Story of Carmeneza dos Santos Monteiro!
To mark International Women’s Day 2023 we caught up with Australia Awards alumni and Timor-Leste Australia Award Association President, Carmeneza dos Santos, to find out about her life’s journey, motivations, and challenges and why International Women’s Day is important to celebrate.
Carmeneza dos Santos Monteiro is one of 150 women who have completed an Australia Awards scholarship since the program was introduced in Timor-Leste in 2000. Born in Tutuala she grew up in Ira -Ara, Lospalos, in the far east of the country, under Indonesian occupation, when it was difficult for children to access education.
From an early age she was inquisitive by nature and dreamt of going to university. She wanted people to hear her ideas but also valued any opportunity to learn from others, both in and outside school. In this way Carmeneza acknowledges her life has been shaped by many different people including her mother and father, classmates, colleagues, friends, fellow alumni, and managers, as well as her teachers and university professors.
Driven by an urge to use her voice and develop her country, Carmeneza describes her most important motivation as ‘liberating myself continuously through education’. And, in 2007, she was able to do just that when she was awarded an Australian Development scholarship to study for a Bachelor of International Relations from the Australia National University (ANU), in Canberra.
Whilst studying at ANU, Carmeneza developed her research and critical thinking skills, which she credits this as providing her with a strong framework to gain more knowledge in her areas of interest and to make informed decisions. She also acknowledges that her time at university provided her with a great network of support to tap into. One she still uses today.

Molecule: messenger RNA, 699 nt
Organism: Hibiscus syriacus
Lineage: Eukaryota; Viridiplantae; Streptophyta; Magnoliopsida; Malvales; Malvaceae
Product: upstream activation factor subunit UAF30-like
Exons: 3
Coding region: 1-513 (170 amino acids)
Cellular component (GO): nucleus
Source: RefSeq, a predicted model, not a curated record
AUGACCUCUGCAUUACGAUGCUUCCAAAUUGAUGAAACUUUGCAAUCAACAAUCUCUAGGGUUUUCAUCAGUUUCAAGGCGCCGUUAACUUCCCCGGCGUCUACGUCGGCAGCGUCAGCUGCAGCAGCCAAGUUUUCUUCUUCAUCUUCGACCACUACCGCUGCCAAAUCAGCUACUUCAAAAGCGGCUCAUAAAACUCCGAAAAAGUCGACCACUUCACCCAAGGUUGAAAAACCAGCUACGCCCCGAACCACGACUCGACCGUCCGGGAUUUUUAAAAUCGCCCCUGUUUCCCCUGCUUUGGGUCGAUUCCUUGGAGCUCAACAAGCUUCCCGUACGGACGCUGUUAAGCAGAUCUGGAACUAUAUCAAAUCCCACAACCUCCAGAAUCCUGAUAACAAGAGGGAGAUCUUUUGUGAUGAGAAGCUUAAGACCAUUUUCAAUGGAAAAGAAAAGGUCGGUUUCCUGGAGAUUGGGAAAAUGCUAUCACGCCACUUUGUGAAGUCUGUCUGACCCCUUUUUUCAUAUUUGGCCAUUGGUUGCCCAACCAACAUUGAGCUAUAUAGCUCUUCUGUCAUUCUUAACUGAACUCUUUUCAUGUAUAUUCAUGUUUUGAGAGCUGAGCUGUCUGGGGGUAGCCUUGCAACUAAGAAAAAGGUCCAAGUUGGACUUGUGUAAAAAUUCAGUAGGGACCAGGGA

In her current work leading the social protection program with DFAT’s Partnership for Human Development she faced initial challenges getting to grips with social protection policy. She overcame this by making use of the skills she gained at ANU to deepen her understanding of social protection issues, reading widely, and testing out ideas via the networks she’d built in both Australia and Timor-Leste.
Since graduating in 2011 Carmeneza has had an impressive career. Not only has she held a number of high-profile roles and been awarded three fellowships, including an Asia Foundation Fellowship, a Health Fellowship, and an Atlantic Institute Fellowship, but she is also recognised as a policy expert.
Her roles as a public administration liaison officer for the Office of Prime Minister of Timor-Leste and Director for Policy & Institutional Strengthening with The Asia Foundation, Timor-Leste, enhanced her confidence to lead and influence policy discussion, building cases for important policy and resource commitments, whilst strengthening her networks and professional trust with stakeholders.
As a Civil Service Commissioner, member of Timor-Leste Policy Leaders Group, and President of the Timor-Leste Australia Alumni Association (TL3A) Carmeneza endeavours to strike a balance between bold and practical approaches, whilst understanding the importance of being able to communicate clearly, concisely, and persuasively.
As President of the TL3A she is currently working with the other board members to make sure Australia Award Scholarships are both well-known and accessed by people in rural areas so they can benefit from the scholarship program.
Additionally, she aims to bring the TL3A closer to the community by creating space for alumni to give back to communities through practical activities, supported by small grants, and by influencing development policies.
As a seasoned networker Carmeneza also recognises that the TL3A is a great platform for alumni to come together and continue learning from each other and to help stay connected with people in Australia.
To the four of women who have been awarded scholarships this year Carmeneza advises them to,
‘Have faith in yourself, keep learning and remember education doesn’t only happen at Uni, it’s also through networking activities and over coffee – know that you have and will continue to make Timor proud no matter what you do, so look after yourself and enjoy the journey.’
And finally, we asked Carmeneza for her reflections on why International Women’s Day is important to recognise. She told us,
‘International Women’s Day is important because it is a day to celebrate progress, both individually and as a society, in providing access and opportunities for women and girls. This year the focus is on facilitating the advance of technology as a continuing opportunity to support and improve life for all, particularly women and girls.’